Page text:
I’ve loved science fiction since I learned the phrase. I tore through the Space Odyssey books in middle school, binged on Vonnegut for months on end and fell deeply in love with Neal Stephenson’s “Anathem.” Of course, I was enthralled by the alien landscapes and fancy weaponry, but what captured me most was the sense of hope present throughout. In every tale of first contact or Martian colonies or hostile alien takeovers, I felt a strong undercurrent of belief in human ability. All the books I read told stories of the efforts made by men and women to advance the cause of knowledge or peace or justice.
This was made better by the fact that a lot of it was real. Science fiction since the “Ramayana” — a Hindu epic that predicted airplanes and spaceships — has foretold our advancements, and living in an age of computers and rockets made it seem like my books were coming to life. Our technology is growing exponentially. The things we can do now were inconceivable 100 years ago — imagine how much the world will be changed a century from now.
That change, however, will not necessarily be positive. Humanity is perched at an uncertain inflection point. The technology we wield could be used for such beauty or such evil. Up until this moment, our species has been like a kid in an infinite candy store, gobbling up resources as fast as our little hands could grab them. Unlike that child’s appetite, though, ours increased as we ate. If we don’t arrest our motion, we’ll strip our planet bare — likely within our lifetimes, if certain forecasts are correct.
This is terrifying. So many people avert their gazes, pretending it isn’t a problem. We’ve been given easy outs — small, beneficial tasks to help the earth. Recycling, vegetarianism and bicycling are admirable and effective methods of reducing one’s impact on the planet. But they’re drops in the ocean of our capability for change. And meaningful change is not going to come from an uptick in carpooling; it’s going to come from a radical shift in our priorities as a species — a shift from preservation to creation, from continuing survival to creating life.
The two options might seem almost equal, but they could not be more different. If we focus solely on the issues of today, we have a chance of overcoming them. There is no guarantee, however, that tomorrow’s problems will be the same as — or even remotely similar to — today’s. When the next threat strikes, whatever it may be, we will be so well-fortified against the last problem that no thought has been spared for other potential outcomes.
You’ve seen this principle in action. Take, for instance, the Transportation Security Agency. Since its inception after the tragedy of 9/11, every move the TSA has made has been reactive. You can read page after page of too-late responses to newly invented threats online. The TSA is very nearly useless: a vestigial appendage of the massive organism that is Homeland Security, existing solely for the purpose of instilling a sense of security — one that was shaken to its core after the events of 2001.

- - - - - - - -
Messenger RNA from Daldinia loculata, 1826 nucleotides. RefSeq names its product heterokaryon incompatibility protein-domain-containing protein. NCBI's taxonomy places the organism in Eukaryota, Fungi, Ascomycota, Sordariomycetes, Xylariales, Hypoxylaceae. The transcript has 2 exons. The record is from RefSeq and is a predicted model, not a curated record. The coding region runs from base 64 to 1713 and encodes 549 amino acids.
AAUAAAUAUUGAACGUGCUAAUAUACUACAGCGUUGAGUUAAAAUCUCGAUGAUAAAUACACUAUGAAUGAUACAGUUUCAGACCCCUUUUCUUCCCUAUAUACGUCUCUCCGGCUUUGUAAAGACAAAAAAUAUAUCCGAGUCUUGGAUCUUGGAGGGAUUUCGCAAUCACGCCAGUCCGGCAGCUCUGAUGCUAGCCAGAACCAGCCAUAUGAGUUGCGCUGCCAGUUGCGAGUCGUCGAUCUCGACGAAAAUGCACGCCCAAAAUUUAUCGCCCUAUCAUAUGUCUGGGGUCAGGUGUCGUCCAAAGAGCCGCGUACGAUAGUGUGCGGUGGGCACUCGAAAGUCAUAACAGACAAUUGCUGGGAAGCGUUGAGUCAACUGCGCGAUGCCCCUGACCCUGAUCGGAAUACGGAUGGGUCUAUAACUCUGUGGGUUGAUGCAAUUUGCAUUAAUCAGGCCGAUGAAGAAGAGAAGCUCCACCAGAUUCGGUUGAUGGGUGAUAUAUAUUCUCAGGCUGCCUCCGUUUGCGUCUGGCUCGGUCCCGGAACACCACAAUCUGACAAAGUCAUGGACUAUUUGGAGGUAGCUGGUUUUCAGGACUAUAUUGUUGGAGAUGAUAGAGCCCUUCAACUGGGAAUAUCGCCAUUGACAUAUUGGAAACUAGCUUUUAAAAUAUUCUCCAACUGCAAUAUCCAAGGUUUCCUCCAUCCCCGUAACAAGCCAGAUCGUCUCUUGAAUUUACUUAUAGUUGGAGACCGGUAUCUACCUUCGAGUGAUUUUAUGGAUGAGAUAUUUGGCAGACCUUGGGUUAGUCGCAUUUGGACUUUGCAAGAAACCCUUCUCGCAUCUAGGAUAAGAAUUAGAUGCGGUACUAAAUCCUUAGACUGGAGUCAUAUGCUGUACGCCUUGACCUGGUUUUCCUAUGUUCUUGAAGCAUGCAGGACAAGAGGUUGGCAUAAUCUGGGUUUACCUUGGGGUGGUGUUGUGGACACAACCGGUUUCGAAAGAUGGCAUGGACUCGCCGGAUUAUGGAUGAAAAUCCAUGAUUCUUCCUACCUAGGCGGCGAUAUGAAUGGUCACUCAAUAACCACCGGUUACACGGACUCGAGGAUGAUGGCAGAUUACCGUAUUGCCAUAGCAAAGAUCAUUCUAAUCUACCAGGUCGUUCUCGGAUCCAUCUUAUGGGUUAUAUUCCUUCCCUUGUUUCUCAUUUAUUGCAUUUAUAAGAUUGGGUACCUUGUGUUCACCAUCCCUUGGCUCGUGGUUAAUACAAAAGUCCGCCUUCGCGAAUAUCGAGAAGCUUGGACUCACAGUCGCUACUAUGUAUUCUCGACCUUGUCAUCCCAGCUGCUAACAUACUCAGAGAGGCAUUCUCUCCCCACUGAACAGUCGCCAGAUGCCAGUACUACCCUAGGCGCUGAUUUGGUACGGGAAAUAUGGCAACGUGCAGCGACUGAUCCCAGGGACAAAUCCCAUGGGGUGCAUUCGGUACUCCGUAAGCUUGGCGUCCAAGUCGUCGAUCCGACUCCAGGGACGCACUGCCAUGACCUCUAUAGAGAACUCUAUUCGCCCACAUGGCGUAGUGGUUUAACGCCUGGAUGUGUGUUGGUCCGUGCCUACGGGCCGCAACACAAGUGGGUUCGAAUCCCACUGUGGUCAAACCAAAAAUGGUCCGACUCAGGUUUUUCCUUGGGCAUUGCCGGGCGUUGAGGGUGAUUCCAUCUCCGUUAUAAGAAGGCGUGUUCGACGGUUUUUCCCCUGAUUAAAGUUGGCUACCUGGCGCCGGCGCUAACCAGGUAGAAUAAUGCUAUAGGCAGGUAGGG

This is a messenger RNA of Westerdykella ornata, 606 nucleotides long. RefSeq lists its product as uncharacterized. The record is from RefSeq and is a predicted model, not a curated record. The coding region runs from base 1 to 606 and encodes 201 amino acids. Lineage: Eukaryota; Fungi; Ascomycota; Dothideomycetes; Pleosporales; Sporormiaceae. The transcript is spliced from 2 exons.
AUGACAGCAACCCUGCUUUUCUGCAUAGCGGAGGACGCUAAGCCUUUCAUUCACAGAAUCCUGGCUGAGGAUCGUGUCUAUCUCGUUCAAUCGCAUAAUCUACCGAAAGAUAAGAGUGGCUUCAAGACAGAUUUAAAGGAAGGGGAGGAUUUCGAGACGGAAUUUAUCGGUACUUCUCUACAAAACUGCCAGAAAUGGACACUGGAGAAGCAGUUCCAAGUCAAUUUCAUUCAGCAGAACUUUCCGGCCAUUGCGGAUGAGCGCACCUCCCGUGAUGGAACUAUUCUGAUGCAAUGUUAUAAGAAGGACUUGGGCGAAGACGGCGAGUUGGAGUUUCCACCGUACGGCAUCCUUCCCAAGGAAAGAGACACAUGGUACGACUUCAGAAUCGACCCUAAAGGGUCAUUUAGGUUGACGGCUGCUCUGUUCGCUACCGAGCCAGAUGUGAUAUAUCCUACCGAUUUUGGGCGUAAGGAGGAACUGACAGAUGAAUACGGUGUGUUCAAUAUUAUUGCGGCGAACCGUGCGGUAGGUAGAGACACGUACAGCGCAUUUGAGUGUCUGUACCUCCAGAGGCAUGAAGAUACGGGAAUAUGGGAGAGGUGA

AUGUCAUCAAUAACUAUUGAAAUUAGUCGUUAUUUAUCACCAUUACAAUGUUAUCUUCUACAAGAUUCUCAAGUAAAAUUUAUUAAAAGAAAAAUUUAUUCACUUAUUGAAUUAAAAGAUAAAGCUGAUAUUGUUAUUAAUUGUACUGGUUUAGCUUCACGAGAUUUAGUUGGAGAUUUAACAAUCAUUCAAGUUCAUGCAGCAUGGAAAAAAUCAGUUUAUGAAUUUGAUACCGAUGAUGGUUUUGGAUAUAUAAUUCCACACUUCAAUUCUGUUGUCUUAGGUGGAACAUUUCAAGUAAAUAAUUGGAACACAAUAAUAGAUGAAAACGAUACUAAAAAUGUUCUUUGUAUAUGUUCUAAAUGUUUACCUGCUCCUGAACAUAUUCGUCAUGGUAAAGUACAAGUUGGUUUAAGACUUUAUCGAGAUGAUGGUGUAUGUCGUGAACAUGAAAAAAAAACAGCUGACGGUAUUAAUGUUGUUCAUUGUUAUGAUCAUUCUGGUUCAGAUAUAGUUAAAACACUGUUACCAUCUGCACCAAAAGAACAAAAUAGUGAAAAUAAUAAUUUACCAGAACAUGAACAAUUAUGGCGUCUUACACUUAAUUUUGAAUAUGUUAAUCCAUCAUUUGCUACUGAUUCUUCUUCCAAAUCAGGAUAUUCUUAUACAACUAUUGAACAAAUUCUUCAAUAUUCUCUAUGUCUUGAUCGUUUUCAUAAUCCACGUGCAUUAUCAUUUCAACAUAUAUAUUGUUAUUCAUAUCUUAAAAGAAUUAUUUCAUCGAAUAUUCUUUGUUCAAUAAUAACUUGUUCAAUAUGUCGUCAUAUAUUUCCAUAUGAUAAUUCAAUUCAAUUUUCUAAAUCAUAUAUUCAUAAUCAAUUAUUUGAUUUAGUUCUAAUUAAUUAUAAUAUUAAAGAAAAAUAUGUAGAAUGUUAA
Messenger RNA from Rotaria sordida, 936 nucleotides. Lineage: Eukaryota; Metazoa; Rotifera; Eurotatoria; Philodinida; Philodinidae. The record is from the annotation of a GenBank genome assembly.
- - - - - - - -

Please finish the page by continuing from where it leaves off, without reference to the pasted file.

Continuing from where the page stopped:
This mentality is deadly. It is running headlong through a minefield, turning to look at every explosion around, blinding us to the dangers ahead. No matter what happens, we must be prepared. The world has shown us, time and again, that life is not stable. Extinction after extinction has razed the world’s population, and global warming is only the latest — if by far the quickest — of these events. In order to survive for any meaningful period of time, we must have plans for all contingencies, from smallpox breakout to solar flare to the sun’s slow, inevitable cooling and expansion. And that means looking at the bigger picture.
The bigger picture is space. Humanity has always flourished through its unquenchable desire for newness. New territory, new technology, new experiences — these led us to innovations from language to the wheel to the Internet. Why do we think that, having spread ourselves over all the available land, we can simply stop our expansion? The universe is bigger than we can imagine, and if we pick ourselves up by our bootstraps, it can be ours. If we stick with the morals in our science fiction, we can become the shining civilizations described in its pages.
And what if we do? What if the human race stops tearing itself apart and starts looking into ways to fix itself? Once we’ve established a presence off Earth, our opportunities are boundless. A network of populated planets, working together to stave off the things that have plagued us since the first sentient human opened its eyes on the African plains, could accomplish feats that we can’t even imagine.
Humanity stands at a precipice. We can either continue our self-destructive momentum, stripping the planet of resources and brutally attacking one another until there’s nothing left, or we can cease our spiral, turn our incredible minds to good use and continue learning, living and growing into the unknown future. The choice is ours.